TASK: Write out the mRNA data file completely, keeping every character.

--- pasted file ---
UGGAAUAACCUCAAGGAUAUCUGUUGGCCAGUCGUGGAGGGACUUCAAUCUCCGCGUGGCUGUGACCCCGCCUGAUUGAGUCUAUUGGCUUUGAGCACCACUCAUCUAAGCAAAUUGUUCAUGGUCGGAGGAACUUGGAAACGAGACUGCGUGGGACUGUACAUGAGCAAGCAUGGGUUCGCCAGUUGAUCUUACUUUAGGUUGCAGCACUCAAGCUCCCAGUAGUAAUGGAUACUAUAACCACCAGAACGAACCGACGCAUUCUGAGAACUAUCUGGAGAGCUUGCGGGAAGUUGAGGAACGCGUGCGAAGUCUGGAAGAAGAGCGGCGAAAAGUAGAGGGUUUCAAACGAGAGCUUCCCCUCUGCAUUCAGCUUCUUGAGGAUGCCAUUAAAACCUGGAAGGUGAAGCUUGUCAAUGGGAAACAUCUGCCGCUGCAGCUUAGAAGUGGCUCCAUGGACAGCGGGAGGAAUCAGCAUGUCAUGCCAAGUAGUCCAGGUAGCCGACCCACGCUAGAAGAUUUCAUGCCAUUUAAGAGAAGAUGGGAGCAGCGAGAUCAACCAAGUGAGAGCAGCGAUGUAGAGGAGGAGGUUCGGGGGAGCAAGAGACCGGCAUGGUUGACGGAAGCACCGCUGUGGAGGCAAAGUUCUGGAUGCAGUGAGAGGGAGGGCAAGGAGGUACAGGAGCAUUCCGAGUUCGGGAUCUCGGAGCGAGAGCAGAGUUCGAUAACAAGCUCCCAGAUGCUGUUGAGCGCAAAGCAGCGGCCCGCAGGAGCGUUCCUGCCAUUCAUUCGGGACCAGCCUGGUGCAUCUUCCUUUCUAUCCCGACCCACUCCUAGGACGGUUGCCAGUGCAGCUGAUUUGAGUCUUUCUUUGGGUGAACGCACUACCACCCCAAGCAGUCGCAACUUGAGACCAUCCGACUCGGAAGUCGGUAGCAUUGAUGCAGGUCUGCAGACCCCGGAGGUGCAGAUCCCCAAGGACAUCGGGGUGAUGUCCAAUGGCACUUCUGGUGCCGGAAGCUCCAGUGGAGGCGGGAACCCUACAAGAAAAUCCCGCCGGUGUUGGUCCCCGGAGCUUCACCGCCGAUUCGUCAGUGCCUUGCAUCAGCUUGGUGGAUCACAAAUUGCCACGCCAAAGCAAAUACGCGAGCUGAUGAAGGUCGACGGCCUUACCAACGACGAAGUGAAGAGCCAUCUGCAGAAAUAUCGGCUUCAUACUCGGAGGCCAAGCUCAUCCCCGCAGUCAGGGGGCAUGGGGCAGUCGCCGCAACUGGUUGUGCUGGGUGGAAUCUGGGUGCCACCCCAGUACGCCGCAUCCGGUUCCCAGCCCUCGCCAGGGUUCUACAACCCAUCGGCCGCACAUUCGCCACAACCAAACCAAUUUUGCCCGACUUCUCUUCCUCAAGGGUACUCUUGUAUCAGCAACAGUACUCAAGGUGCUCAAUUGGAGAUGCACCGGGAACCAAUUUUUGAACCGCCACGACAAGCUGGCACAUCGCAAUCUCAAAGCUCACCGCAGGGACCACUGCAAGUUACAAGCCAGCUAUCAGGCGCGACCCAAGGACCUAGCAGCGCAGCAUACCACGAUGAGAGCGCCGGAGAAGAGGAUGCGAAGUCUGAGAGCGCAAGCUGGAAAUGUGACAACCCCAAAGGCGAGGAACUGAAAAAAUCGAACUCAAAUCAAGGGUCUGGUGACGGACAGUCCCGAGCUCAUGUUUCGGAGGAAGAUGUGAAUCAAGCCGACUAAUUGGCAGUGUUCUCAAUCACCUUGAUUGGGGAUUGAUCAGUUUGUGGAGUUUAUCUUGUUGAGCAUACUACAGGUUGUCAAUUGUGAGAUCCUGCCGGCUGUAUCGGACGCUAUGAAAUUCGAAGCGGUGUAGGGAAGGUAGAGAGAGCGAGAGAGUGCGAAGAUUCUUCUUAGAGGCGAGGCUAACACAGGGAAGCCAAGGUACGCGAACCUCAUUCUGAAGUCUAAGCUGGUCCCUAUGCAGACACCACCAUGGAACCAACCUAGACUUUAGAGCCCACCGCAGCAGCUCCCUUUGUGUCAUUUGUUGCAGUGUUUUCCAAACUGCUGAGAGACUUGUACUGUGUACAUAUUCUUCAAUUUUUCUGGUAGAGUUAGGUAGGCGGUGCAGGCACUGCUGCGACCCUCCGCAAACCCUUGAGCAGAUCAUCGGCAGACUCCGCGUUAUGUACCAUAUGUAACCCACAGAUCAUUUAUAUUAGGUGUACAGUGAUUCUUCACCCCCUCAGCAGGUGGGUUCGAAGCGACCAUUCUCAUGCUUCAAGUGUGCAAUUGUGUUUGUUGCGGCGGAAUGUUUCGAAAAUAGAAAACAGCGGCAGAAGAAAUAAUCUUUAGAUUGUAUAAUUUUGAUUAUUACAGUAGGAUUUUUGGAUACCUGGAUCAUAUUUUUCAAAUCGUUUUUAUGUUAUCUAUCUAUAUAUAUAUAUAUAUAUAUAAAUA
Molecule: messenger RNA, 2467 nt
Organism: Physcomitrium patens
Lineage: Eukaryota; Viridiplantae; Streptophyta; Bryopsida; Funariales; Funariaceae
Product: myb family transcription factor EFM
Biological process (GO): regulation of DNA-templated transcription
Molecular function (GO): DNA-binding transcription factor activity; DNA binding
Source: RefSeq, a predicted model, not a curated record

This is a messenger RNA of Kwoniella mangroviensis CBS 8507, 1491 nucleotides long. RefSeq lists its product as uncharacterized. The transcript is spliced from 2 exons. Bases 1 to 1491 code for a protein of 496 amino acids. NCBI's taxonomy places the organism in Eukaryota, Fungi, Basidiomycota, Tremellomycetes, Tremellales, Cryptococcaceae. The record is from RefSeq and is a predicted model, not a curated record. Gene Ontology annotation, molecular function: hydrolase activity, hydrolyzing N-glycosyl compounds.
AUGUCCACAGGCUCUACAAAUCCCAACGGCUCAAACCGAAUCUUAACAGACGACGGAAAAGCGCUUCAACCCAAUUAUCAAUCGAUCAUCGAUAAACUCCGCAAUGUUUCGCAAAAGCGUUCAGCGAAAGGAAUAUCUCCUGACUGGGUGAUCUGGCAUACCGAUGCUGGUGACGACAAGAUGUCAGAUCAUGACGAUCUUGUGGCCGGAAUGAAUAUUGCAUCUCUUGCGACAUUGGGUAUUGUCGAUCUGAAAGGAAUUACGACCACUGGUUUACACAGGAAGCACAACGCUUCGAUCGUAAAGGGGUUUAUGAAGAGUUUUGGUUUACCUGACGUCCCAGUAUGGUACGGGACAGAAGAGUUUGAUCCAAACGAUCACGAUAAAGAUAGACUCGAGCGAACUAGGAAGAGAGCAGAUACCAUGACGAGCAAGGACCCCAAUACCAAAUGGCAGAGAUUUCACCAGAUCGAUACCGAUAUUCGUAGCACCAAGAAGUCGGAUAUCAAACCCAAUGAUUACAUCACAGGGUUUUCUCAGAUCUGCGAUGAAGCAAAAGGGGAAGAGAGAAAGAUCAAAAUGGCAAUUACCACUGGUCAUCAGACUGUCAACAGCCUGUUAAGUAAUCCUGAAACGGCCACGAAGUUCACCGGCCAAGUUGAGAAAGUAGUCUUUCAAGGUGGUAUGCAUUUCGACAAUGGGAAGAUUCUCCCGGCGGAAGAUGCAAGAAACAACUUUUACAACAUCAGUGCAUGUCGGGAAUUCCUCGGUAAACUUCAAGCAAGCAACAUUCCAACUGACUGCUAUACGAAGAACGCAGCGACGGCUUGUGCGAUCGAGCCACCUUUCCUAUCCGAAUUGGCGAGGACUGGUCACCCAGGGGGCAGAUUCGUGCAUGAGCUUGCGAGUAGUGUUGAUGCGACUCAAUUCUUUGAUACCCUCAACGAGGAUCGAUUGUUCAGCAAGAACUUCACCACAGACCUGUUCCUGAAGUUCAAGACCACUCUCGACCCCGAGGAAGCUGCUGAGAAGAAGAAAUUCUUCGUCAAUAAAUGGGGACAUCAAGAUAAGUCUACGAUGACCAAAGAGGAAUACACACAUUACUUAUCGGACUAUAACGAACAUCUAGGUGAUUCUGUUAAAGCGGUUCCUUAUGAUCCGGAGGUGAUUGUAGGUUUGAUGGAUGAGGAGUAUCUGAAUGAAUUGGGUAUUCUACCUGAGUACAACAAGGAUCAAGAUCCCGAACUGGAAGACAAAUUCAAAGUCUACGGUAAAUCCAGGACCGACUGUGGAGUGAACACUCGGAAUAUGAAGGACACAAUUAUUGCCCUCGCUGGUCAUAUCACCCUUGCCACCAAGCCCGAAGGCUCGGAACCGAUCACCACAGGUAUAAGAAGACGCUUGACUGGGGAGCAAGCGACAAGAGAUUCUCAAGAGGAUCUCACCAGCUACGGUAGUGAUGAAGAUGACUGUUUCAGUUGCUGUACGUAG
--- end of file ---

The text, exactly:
UGGAAUAACCUCAAGGAUAUCUGUUGGCCAGUCGUGGAGGGACUUCAAUCUCCGCGUGGCUGUGACCCCGCCUGAUUGAGUCUAUUGGCUUUGAGCACCACUCAUCUAAGCAAAUUGUUCAUGGUCGGAGGAACUUGGAAACGAGACUGCGUGGGACUGUACAUGAGCAAGCAUGGGUUCGCCAGUUGAUCUUACUUUAGGUUGCAGCACUCAAGCUCCCAGUAGUAAUGGAUACUAUAACCACCAGAACGAACCGACGCAUUCUGAGAACUAUCUGGAGAGCUUGCGGGAAGUUGAGGAACGCGUGCGAAGUCUGGAAGAAGAGCGGCGAAAAGUAGAGGGUUUCAAACGAGAGCUUCCCCUCUGCAUUCAGCUUCUUGAGGAUGCCAUUAAAACCUGGAAGGUGAAGCUUGUCAAUGGGAAACAUCUGCCGCUGCAGCUUAGAAGUGGCUCCAUGGACAGCGGGAGGAAUCAGCAUGUCAUGCCAAGUAGUCCAGGUAGCCGACCCACGCUAGAAGAUUUCAUGCCAUUUAAGAGAAGAUGGGAGCAGCGAGAUCAACCAAGUGAGAGCAGCGAUGUAGAGGAGGAGGUUCGGGGGAGCAAGAGACCGGCAUGGUUGACGGAAGCACCGCUGUGGAGGCAAAGUUCUGGAUGCAGUGAGAGGGAGGGCAAGGAGGUACAGGAGCAUUCCGAGUUCGGGAUCUCGGAGCGAGAGCAGAGUUCGAUAACAAGCUCCCAGAUGCUGUUGAGCGCAAAGCAGCGGCCCGCAGGAGCGUUCCUGCCAUUCAUUCGGGACCAGCCUGGUGCAUCUUCCUUUCUAUCCCGACCCACUCCUAGGACGGUUGCCAGUGCAGCUGAUUUGAGUCUUUCUUUGGGUGAACGCACUACCACCCCAAGCAGUCGCAACUUGAGACCAUCCGACUCGGAAGUCGGUAGCAUUGAUGCAGGUCUGCAGACCCCGGAGGUGCAGAUCCCCAAGGACAUCGGGGUGAUGUCCAAUGGCACUUCUGGUGCCGGAAGCUCCAGUGGAGGCGGGAACCCUACAAGAAAAUCCCGCCGGUGUUGGUCCCCGGAGCUUCACCGCCGAUUCGUCAGUGCCUUGCAUCAGCUUGGUGGAUCACAAAUUGCCACGCCAAAGCAAAUACGCGAGCUGAUGAAGGUCGACGGCCUUACCAACGACGAAGUGAAGAGCCAUCUGCAGAAAUAUCGGCUUCAUACUCGGAGGCCAAGCUCAUCCCCGCAGUCAGGGGGCAUGGGGCAGUCGCCGCAACUGGUUGUGCUGGGUGGAAUCUGGGUGCCACCCCAGUACGCCGCAUCCGGUUCCCAGCCCUCGCCAGGGUUCUACAACCCAUCGGCCGCACAUUCGCCACAACCAAACCAAUUUUGCCCGACUUCUCUUCCUCAAGGGUACUCUUGUAUCAGCAACAGUACUCAAGGUGCUCAAUUGGAGAUGCACCGGGAACCAAUUUUUGAACCGCCACGACAAGCUGGCACAUCGCAAUCUCAAAGCUCACCGCAGGGACCACUGCAAGUUACAAGCCAGCUAUCAGGCGCGACCCAAGGACCUAGCAGCGCAGCAUACCACGAUGAGAGCGCCGGAGAAGAGGAUGCGAAGUCUGAGAGCGCAAGCUGGAAAUGUGACAACCCCAAAGGCGAGGAACUGAAAAAAUCGAACUCAAAUCAAGGGUCUGGUGACGGACAGUCCCGAGCUCAUGUUUCGGAGGAAGAUGUGAAUCAAGCCGACUAAUUGGCAGUGUUCUCAAUCACCUUGAUUGGGGAUUGAUCAGUUUGUGGAGUUUAUCUUGUUGAGCAUACUACAGGUUGUCAAUUGUGAGAUCCUGCCGGCUGUAUCGGACGCUAUGAAAUUCGAAGCGGUGUAGGGAAGGUAGAGAGAGCGAGAGAGUGCGAAGAUUCUUCUUAGAGGCGAGGCUAACACAGGGAAGCCAAGGUACGCGAACCUCAUUCUGAAGUCUAAGCUGGUCCCUAUGCAGACACCACCAUGGAACCAACCUAGACUUUAGAGCCCACCGCAGCAGCUCCCUUUGUGUCAUUUGUUGCAGUGUUUUCCAAACUGCUGAGAGACUUGUACUGUGUACAUAUUCUUCAAUUUUUCUGGUAGAGUUAGGUAGGCGGUGCAGGCACUGCUGCGACCCUCCGCAAACCCUUGAGCAGAUCAUCGGCAGACUCCGCGUUAUGUACCAUAUGUAACCCACAGAUCAUUUAUAUUAGGUGUACAGUGAUUCUUCACCCCCUCAGCAGGUGGGUUCGAAGCGACCAUUCUCAUGCUUCAAGUGUGCAAUUGUGUUUGUUGCGGCGGAAUGUUUCGAAAAUAGAAAACAGCGGCAGAAGAAAUAAUCUUUAGAUUGUAUAAUUUUGAUUAUUACAGUAGGAUUUUUGGAUACCUGGAUCAUAUUUUUCAAAUCGUUUUUAUGUUAUCUAUCUAUAUAUAUAUAUAUAUAUAUAAAUA
Molecule: messenger RNA, 2467 nt
Organism: Physcomitrium patens
Lineage: Eukaryota; Viridiplantae; Streptophyta; Bryopsida; Funariales; Funariaceae
Product: myb family transcription factor EFM
Biological process (GO): regulation of DNA-templated transcription
Molecular function (GO): DNA-binding transcription factor activity; DNA binding
Source: RefSeq, a predicted model, not a curated record

This is a messenger RNA of Kwoniella mangroviensis CBS 8507, 1491 nucleotides long. RefSeq lists its product as uncharacterized. The transcript is spliced from 2 exons. Bases 1 to 1491 code for a protein of 496 amino acids. NCBI's taxonomy places the organism in Eukaryota, Fungi, Basidiomycota, Tremellomycetes, Tremellales, Cryptococcaceae. The record is from RefSeq and is a predicted model, not a curated record. Gene Ontology annotation, molecular function: hydrolase activity, hydrolyzing N-glycosyl compounds.
AUGUCCACAGGCUCUACAAAUCCCAACGGCUCAAACCGAAUCUUAACAGACGACGGAAAAGCGCUUCAACCCAAUUAUCAAUCGAUCAUCGAUAAACUCCGCAAUGUUUCGCAAAAGCGUUCAGCGAAAGGAAUAUCUCCUGACUGGGUGAUCUGGCAUACCGAUGCUGGUGACGACAAGAUGUCAGAUCAUGACGAUCUUGUGGCCGGAAUGAAUAUUGCAUCUCUUGCGACAUUGGGUAUUGUCGAUCUGAAAGGAAUUACGACCACUGGUUUACACAGGAAGCACAACGCUUCGAUCGUAAAGGGGUUUAUGAAGAGUUUUGGUUUACCUGACGUCCCAGUAUGGUACGGGACAGAAGAGUUUGAUCCAAACGAUCACGAUAAAGAUAGACUCGAGCGAACUAGGAAGAGAGCAGAUACCAUGACGAGCAAGGACCCCAAUACCAAAUGGCAGAGAUUUCACCAGAUCGAUACCGAUAUUCGUAGCACCAAGAAGUCGGAUAUCAAACCCAAUGAUUACAUCACAGGGUUUUCUCAGAUCUGCGAUGAAGCAAAAGGGGAAGAGAGAAAGAUCAAAAUGGCAAUUACCACUGGUCAUCAGACUGUCAACAGCCUGUUAAGUAAUCCUGAAACGGCCACGAAGUUCACCGGCCAAGUUGAGAAAGUAGUCUUUCAAGGUGGUAUGCAUUUCGACAAUGGGAAGAUUCUCCCGGCGGAAGAUGCAAGAAACAACUUUUACAACAUCAGUGCAUGUCGGGAAUUCCUCGGUAAACUUCAAGCAAGCAACAUUCCAACUGACUGCUAUACGAAGAACGCAGCGACGGCUUGUGCGAUCGAGCCACCUUUCCUAUCCGAAUUGGCGAGGACUGGUCACCCAGGGGGCAGAUUCGUGCAUGAGCUUGCGAGUAGUGUUGAUGCGACUCAAUUCUUUGAUACCCUCAACGAGGAUCGAUUGUUCAGCAAGAACUUCACCACAGACCUGUUCCUGAAGUUCAAGACCACUCUCGACCCCGAGGAAGCUGCUGAGAAGAAGAAAUUCUUCGUCAAUAAAUGGGGACAUCAAGAUAAGUCUACGAUGACCAAAGAGGAAUACACACAUUACUUAUCGGACUAUAACGAACAUCUAGGUGAUUCUGUUAAAGCGGUUCCUUAUGAUCCGGAGGUGAUUGUAGGUUUGAUGGAUGAGGAGUAUCUGAAUGAAUUGGGUAUUCUACCUGAGUACAACAAGGAUCAAGAUCCCGAACUGGAAGACAAAUUCAAAGUCUACGGUAAAUCCAGGACCGACUGUGGAGUGAACACUCGGAAUAUGAAGGACACAAUUAUUGCCCUCGCUGGUCAUAUCACCCUUGCCACCAAGCCCGAAGGCUCGGAACCGAUCACCACAGGUAUAAGAAGACGCUUGACUGGGGAGCAAGCGACAAGAGAUUCUCAAGAGGAUCUCACCAGCUACGGUAGUGAUGAAGAUGACUGUUUCAGUUGCUGUACGUAG